One problem with a reel mower 2′ of this type is a rhythmic bouncing or bobbing of cutting units 10 as reel mower 2′ is driven over the ground. During a grass cutting operation, each reel cutting unit 10 is self supporting on the ground and rolls over the ground by virtue of its own front and rear ground engaging rollers 11. Thus, while each reel cutting unit 10 is pushed forwardly by the riding mower 2′ through the lift arm 9 or other suitable drive connection, the weight of each reel cutting unit 10 is independently carried on the ground during cutting by the front and rear rollers 11 of cutting unit 10. The rhythmic bouncing or bobbing of the cutting units can be observed as a primarily vertical, up and down hopping motion of cutting units 10.

The Applicants have discovered that the rhythmic bouncing or bobbing described above occurs in a frequency range that is determined primarily by the weight of cutting units 10 as well as by the stiffness or hardness of the turf over which cutting units 10 are rolling. For reel mowers 2′ of the type used to cut fairways on golf courses where the turf is typically softer and the grass is being cut higher than on the greens of a golf course, the rhythmic bouncing or bobbing occurs generally in the 7 to 10 hz frequency range. The turf on a golf course green is often much harder and the grass is cut to much lower heights of cut than on a fairway. Thus, for reel mowers 2′ of the type used to cut grass on the greens of a golf course, the rhythmic bouncing or bobbing will have a higher frequency range, generally in the 10 to 14 hz range. However, as noted, the specific frequency range varies depending upon the weight of cutting unit 10 and the characteristics of the turf over which cutting unit 10 is operating.

The bouncing or bobbing of a cutting unit is not desirable as it interferes with the quality of cut. A reel cutting unit 10 that bounces or bobs as it rolls over the ground will not cut grass as evenly, i.e. to a consistent height of cut, as one that does not. The various mass dampers shown in FIGS. 6-18 are all designed to damp or lessen the rhythmic bouncing or bobbing of such reel cutting units 10.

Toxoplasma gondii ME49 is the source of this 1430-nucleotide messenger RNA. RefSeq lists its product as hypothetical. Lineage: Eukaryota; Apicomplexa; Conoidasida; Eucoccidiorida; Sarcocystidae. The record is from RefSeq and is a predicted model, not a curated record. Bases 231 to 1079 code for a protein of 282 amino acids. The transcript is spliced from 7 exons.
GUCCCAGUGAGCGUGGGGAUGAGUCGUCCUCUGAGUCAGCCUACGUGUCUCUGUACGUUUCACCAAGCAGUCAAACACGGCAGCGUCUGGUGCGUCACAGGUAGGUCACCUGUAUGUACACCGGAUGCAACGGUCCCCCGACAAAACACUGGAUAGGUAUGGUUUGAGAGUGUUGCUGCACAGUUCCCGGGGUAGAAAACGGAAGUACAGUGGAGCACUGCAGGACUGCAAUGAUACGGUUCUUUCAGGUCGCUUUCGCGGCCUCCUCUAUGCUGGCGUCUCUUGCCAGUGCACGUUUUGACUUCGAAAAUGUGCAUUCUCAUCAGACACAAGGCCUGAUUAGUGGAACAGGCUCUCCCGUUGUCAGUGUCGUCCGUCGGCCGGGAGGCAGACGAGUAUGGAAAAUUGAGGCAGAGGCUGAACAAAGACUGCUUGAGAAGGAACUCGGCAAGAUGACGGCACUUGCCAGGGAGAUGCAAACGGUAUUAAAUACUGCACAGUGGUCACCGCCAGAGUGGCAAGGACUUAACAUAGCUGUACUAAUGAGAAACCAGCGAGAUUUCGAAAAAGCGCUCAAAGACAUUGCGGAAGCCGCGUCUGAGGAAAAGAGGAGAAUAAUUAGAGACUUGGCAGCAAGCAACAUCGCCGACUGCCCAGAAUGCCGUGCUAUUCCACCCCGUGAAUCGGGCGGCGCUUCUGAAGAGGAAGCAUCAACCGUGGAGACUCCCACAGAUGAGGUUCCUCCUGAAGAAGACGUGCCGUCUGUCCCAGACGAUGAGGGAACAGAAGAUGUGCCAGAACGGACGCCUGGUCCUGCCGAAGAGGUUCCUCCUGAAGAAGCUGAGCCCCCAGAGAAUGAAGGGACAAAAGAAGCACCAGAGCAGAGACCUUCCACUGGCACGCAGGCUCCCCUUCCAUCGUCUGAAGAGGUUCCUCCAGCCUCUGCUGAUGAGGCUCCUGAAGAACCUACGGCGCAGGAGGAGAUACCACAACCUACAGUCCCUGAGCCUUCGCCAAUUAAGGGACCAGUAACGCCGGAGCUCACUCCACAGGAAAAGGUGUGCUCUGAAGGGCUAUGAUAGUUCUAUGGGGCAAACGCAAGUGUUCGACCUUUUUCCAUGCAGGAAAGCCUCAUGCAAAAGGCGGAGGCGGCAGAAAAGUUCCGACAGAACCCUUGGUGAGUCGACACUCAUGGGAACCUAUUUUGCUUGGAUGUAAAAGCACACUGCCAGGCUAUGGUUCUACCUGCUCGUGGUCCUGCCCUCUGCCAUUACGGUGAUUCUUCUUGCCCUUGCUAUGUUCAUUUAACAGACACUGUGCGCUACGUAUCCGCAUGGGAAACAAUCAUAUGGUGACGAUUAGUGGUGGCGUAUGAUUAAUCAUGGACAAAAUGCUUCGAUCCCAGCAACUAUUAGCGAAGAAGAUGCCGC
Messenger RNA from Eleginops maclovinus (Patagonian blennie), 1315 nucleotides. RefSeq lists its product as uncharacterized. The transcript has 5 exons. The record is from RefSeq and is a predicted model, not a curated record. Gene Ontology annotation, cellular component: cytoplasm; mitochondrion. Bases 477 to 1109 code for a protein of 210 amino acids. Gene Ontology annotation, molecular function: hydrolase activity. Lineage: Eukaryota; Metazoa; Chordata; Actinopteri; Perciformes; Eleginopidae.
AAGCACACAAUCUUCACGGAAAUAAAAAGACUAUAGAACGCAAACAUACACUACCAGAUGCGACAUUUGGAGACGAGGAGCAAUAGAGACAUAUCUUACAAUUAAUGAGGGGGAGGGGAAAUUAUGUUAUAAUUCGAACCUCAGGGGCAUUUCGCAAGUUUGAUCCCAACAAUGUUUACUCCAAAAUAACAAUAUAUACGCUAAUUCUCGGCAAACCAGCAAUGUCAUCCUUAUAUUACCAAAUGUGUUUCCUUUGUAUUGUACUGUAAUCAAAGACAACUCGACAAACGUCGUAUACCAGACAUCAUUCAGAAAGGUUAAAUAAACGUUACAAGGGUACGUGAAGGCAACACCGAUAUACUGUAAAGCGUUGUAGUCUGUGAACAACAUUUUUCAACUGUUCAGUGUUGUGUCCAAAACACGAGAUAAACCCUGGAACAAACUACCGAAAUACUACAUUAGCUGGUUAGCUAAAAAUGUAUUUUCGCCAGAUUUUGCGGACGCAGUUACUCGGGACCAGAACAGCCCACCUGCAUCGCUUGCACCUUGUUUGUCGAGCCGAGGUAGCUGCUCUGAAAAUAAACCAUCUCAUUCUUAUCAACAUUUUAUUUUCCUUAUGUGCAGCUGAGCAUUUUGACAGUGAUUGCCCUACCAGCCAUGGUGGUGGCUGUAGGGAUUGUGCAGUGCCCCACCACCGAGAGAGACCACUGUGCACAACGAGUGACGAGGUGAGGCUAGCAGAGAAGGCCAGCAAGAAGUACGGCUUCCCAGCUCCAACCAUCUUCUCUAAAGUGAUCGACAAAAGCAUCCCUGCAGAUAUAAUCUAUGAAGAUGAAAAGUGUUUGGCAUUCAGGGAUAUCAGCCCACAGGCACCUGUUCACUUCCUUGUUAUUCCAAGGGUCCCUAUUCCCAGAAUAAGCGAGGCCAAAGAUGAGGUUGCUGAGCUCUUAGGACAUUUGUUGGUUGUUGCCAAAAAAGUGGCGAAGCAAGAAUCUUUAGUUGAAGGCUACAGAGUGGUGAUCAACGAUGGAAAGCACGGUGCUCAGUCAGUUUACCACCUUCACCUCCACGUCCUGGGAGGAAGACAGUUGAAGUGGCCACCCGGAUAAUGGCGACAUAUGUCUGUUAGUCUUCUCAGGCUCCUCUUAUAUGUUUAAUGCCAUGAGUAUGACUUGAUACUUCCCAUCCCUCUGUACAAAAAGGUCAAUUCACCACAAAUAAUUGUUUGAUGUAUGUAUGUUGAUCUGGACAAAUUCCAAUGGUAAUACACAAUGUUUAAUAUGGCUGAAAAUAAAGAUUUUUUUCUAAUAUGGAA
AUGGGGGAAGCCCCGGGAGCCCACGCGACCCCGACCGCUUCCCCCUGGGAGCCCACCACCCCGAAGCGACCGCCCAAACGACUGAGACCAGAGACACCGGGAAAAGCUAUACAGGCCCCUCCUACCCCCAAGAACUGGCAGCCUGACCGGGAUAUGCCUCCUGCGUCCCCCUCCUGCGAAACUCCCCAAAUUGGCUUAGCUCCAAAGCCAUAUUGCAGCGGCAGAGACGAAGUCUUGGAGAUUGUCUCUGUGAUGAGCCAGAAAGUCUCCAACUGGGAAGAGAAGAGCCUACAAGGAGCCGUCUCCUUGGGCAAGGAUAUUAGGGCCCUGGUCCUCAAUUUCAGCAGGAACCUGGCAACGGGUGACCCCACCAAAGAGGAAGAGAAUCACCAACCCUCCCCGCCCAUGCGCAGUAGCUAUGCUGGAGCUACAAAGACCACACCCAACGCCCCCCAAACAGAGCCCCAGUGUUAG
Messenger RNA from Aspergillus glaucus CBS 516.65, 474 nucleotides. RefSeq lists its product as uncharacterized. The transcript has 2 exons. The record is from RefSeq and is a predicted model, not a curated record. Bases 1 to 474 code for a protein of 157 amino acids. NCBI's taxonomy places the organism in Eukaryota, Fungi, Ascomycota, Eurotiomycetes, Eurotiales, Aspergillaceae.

Before describing mass dampers 20 b-20 e, reference should be had to FIG. 6 for a description of the basic components of a reel cutting unit 10. Each reel cutting unit 10 includes a frame comprising a top wall 36 and a pair of side plates or side walls 38. A helically bladed reel 40 extends between and is rotatably journalled in side walls 38 of cutting unit 10. A bedknife (not shown) cooperates with reel 40. As reel 40 rotates, the blades on reel 40 push grass against the bedknife to sever the grass. The position of the bedknife against reel 40 can be periodically adjusted using a pair of bedknife adjusters 42 to accommodate wear in the blades of reel 40 or in the bedknife.

As noted above, each cutting unit normally has a pair of rotatable ground engaging rollers 11 extending across the width of cutting unit 10. These rollers comprise a front roller 11 carried in advance of reel 40 and a rear roller 11 carried behind reel 40. Front roller 11 is often grooved or ribbed from one end to the other as shown in FIG. 6. Rear roller 11 is normally smooth. However, front roller 11 could be smooth if so desired. As the mower 2′ travels forwardly over the ground and pushes cutting unit 10 ahead in the forward direction indicated by the arrow A in FIG. 6, rollers 11 support cutting unit 10 for rolling over the ground.